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japanshin
22 September 2018 @ 11:34 pm

Hello everyone!

This time I just wanted to share some pictures.

So this is where I'm living temporarily:

http://www.randomisgod.com/pictures/000HigashiHiroshima.jpg


I looked on a map and saw a lake and a mountain, so on my day off I tried and failed to visit both.  Here's why:
Lake: http://www.randomisgod.com/pictures/000HHlake.jpg
Mountain: http://www.randomisgod.com/pictures/000Kagamiyama.jpg


And finally, IT STOPPED RAINING for a day and I was able to take some pictures with the morning light of the area directly around my apartment:
http://www.randomisgod.com/pictures/000HHneighborhood.jpg



Jennifer

 
 
japanshin

I'm writing from my tiny apartment in Higashi Hiroshima City.

The apartment has a "walk-in-closet" and a "bed."

Basically, they put a box in the room with a door, and the box is the closet, and the top of the box is the bed.  I prefer not to have to climb up there every day or bend down to use the hobbit box door, so I don't use half the space in the room.

If you open the door to go out, you're greeted by bamboo trees rustling in the wind.  Little birds hop over the trees day and night.  When the lights go on after dark, insects come out to play.  I brought a flashlight on a whim, and I'm so glad - every night I explore what kind of wildlife the lamps have brought in.  The flashlight is useful for another reason, too.  There are very little street lights, and the walk from the bus stop to my place is 30 minutes.  The bus comes only once an hour.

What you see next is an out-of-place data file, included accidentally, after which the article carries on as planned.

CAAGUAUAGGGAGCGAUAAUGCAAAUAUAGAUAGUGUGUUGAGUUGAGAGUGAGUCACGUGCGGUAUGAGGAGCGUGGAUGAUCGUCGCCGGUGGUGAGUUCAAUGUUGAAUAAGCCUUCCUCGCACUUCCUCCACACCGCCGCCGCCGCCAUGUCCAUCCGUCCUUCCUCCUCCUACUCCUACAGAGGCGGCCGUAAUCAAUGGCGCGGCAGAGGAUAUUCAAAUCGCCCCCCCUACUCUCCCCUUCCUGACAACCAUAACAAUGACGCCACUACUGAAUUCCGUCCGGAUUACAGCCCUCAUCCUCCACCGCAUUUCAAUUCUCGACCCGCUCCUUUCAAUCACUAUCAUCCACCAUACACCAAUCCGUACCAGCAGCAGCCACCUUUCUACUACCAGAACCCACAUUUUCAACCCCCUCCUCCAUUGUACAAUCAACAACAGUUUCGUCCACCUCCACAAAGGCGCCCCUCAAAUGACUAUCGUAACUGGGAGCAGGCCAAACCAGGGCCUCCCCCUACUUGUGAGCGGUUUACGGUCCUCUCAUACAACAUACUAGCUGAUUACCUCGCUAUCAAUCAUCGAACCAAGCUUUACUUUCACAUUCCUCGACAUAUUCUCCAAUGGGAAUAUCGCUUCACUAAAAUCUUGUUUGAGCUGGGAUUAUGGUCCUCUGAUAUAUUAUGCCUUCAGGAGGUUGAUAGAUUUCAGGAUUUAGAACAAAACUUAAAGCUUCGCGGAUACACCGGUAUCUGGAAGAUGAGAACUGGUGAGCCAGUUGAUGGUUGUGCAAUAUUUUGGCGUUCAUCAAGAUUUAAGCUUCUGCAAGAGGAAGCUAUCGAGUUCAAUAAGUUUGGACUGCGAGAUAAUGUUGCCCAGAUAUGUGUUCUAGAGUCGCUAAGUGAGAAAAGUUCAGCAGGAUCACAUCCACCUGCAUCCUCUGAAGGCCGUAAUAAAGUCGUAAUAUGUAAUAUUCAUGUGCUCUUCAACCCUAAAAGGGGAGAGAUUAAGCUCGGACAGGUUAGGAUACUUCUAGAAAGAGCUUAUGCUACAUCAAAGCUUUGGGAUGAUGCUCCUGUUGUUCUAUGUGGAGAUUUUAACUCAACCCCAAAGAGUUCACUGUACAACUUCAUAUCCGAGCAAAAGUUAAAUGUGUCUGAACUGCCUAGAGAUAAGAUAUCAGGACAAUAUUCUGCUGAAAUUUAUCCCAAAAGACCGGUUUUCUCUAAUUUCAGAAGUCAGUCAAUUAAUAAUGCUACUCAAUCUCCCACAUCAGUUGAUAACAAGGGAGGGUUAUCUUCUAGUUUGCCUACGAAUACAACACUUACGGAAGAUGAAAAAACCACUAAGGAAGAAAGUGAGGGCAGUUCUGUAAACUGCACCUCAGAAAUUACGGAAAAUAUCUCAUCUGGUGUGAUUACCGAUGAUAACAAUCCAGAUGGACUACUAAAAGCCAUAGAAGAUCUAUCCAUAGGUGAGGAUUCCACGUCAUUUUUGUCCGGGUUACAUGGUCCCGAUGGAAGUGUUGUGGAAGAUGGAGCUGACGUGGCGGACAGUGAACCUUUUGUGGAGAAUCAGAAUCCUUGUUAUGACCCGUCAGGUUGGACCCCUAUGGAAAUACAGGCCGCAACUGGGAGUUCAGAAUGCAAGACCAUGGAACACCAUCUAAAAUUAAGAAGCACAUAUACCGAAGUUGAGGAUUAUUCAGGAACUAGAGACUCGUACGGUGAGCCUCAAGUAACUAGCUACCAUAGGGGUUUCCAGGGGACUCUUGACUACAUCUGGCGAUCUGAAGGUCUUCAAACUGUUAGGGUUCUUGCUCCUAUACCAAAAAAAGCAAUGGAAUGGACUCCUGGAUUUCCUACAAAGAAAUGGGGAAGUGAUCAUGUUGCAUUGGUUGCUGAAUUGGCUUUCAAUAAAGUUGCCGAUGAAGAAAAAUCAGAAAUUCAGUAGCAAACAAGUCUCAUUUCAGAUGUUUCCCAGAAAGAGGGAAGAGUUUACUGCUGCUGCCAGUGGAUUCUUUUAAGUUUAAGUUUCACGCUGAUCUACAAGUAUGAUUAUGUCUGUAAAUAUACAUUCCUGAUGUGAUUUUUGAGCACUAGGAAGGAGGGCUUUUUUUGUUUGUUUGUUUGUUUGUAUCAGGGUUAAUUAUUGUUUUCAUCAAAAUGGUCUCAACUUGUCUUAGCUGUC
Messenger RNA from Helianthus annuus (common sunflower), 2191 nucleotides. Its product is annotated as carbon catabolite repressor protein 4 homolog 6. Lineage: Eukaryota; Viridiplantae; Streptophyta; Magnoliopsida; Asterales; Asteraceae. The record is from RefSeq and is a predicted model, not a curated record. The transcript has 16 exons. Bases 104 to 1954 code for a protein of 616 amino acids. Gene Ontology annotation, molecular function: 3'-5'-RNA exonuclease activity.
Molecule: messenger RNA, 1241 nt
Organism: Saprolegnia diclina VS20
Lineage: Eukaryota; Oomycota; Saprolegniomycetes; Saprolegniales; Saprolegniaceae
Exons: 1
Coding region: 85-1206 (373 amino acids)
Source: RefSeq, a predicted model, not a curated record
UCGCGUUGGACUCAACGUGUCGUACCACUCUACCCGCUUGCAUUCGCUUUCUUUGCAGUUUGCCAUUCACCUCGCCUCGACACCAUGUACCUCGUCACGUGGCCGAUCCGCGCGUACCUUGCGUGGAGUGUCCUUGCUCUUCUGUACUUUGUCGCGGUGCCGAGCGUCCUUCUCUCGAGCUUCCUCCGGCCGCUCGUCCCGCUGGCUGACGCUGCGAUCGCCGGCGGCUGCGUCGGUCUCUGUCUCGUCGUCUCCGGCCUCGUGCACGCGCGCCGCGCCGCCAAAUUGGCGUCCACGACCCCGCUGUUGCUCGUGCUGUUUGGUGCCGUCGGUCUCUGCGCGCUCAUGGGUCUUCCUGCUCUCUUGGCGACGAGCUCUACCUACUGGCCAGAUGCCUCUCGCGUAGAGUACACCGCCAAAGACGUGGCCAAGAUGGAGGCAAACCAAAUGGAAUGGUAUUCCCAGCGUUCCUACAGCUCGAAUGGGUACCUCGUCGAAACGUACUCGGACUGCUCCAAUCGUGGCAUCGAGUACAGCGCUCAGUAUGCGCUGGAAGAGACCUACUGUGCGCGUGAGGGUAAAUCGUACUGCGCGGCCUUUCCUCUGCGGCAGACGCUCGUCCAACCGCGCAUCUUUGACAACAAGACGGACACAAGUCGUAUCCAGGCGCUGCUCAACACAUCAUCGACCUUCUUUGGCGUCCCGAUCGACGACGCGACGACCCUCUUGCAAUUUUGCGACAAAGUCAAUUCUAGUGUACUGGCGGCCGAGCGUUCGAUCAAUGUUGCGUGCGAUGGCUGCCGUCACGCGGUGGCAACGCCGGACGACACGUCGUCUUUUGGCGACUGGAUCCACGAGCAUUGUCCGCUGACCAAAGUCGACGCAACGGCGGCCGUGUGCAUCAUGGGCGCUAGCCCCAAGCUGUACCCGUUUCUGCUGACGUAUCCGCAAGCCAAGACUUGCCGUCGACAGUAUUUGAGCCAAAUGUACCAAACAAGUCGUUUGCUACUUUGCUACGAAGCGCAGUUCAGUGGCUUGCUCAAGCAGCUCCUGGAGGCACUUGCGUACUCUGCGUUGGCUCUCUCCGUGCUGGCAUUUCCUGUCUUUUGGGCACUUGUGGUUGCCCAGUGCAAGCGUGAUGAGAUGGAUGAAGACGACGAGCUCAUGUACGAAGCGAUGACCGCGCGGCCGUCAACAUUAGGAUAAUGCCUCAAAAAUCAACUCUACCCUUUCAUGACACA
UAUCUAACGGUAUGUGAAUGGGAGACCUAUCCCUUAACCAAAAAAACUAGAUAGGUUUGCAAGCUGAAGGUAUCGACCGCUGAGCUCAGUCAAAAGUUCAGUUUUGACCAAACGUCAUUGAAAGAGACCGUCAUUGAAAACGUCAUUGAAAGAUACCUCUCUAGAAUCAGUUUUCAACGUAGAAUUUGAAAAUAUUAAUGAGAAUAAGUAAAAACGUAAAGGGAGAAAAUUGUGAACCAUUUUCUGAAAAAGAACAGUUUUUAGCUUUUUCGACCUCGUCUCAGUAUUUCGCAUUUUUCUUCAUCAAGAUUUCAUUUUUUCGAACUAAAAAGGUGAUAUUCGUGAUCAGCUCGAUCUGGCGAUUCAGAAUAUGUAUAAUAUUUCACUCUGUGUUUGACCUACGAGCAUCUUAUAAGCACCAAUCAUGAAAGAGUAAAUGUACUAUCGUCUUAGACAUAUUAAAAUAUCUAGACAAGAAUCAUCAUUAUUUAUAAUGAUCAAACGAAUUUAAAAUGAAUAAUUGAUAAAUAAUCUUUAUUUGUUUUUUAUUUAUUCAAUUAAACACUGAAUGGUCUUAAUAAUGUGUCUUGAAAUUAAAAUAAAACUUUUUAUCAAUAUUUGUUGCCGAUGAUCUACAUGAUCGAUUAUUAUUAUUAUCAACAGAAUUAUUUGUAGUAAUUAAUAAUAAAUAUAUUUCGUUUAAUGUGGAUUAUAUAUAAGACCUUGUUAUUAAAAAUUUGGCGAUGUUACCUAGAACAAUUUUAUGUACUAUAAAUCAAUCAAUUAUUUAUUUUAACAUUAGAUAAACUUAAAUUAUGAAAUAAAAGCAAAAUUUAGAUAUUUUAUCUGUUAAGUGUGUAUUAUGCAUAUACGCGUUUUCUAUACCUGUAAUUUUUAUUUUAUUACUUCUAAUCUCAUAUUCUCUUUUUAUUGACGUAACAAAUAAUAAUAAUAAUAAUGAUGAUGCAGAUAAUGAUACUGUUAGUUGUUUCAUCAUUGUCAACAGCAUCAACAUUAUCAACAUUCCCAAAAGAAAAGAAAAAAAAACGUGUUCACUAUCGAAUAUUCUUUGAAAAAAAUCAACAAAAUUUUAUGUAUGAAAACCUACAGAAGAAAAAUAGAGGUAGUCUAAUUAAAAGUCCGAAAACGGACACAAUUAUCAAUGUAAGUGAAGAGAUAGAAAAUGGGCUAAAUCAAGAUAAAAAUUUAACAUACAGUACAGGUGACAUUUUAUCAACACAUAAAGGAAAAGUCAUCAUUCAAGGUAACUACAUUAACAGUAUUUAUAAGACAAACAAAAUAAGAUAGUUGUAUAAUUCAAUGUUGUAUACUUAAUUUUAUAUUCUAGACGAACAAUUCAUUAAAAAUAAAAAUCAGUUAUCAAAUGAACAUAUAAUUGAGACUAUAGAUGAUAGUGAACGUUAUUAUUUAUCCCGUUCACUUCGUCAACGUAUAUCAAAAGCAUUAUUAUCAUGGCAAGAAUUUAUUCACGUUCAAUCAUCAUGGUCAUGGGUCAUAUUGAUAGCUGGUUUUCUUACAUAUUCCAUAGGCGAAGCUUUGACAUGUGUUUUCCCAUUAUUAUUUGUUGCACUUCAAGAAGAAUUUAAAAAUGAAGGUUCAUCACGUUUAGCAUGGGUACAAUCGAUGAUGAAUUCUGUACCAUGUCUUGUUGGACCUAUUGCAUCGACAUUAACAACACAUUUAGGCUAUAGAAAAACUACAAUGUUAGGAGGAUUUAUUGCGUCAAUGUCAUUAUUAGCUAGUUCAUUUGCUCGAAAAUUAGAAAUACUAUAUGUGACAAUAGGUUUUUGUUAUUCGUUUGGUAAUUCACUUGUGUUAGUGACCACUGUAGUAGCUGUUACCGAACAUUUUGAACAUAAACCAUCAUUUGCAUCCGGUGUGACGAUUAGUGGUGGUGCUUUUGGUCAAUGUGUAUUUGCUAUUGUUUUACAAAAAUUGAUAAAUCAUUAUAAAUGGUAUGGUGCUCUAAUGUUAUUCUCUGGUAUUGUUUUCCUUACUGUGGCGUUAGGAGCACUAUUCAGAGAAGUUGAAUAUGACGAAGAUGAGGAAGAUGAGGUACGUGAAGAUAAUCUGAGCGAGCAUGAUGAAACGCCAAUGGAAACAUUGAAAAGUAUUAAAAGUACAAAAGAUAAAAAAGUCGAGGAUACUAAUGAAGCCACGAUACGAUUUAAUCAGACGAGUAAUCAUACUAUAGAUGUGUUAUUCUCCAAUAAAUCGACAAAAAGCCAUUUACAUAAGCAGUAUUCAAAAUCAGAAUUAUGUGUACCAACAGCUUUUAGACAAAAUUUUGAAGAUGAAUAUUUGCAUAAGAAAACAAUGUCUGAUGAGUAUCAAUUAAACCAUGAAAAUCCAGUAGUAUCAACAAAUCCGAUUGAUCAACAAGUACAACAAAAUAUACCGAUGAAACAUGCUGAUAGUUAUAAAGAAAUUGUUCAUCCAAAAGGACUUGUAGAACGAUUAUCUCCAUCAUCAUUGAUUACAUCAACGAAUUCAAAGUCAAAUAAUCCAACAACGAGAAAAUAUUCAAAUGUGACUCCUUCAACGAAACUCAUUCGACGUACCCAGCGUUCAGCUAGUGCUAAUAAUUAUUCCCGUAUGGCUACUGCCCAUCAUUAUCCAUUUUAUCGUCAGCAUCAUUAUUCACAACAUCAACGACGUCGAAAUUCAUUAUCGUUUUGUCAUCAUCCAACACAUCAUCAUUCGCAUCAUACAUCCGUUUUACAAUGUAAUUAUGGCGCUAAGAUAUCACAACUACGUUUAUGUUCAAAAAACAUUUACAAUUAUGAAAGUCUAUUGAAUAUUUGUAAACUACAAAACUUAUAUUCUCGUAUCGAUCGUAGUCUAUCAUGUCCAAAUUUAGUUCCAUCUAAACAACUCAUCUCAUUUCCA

I'm not used to the Country Lifestyle yet.  I walked 30 minutes to the bus stop on my first day, to learn the latest bus had just gone by 5 minutes ago, and I had the choice to wait an hour for the next one.  I'm not good at waiting, so I just walked to work.  It took the full hour.  I was wearing sandals and they were making blisters on my toes by the time I reached the shopping center.  On one side of the street they were selling bikes, and on the other side was a shoe store.  I debated in my head for a minute, then decided crossing the street was too much trouble and I bought a pair of nice running shoes.

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japanshin

Hello all.

The subject was written on a little girl's shirt.  Profound.

So I have some news for everyone.  Let's go with the fun stuff first.

Yossi and I went house hunting.  The last time we were house hunting was when we'd just gotten engaged.  He'd told me he didn't care at all what kind of place, so I could make up the conditions for the realtor.  After finding a couple places I liked, Yossi became concerned that none of them were close enough to the station, or near any restaurants.  It turns out I care about the inside, and he cares about the outside.  We ended up having to compromise.

This time, we both went in with our conditions. Yossi's were - it needs a parking space, and to be near a station.  Mine was - It needs large windows that let in the sun, a balcony big enough to put chairs out, and next to a mountain.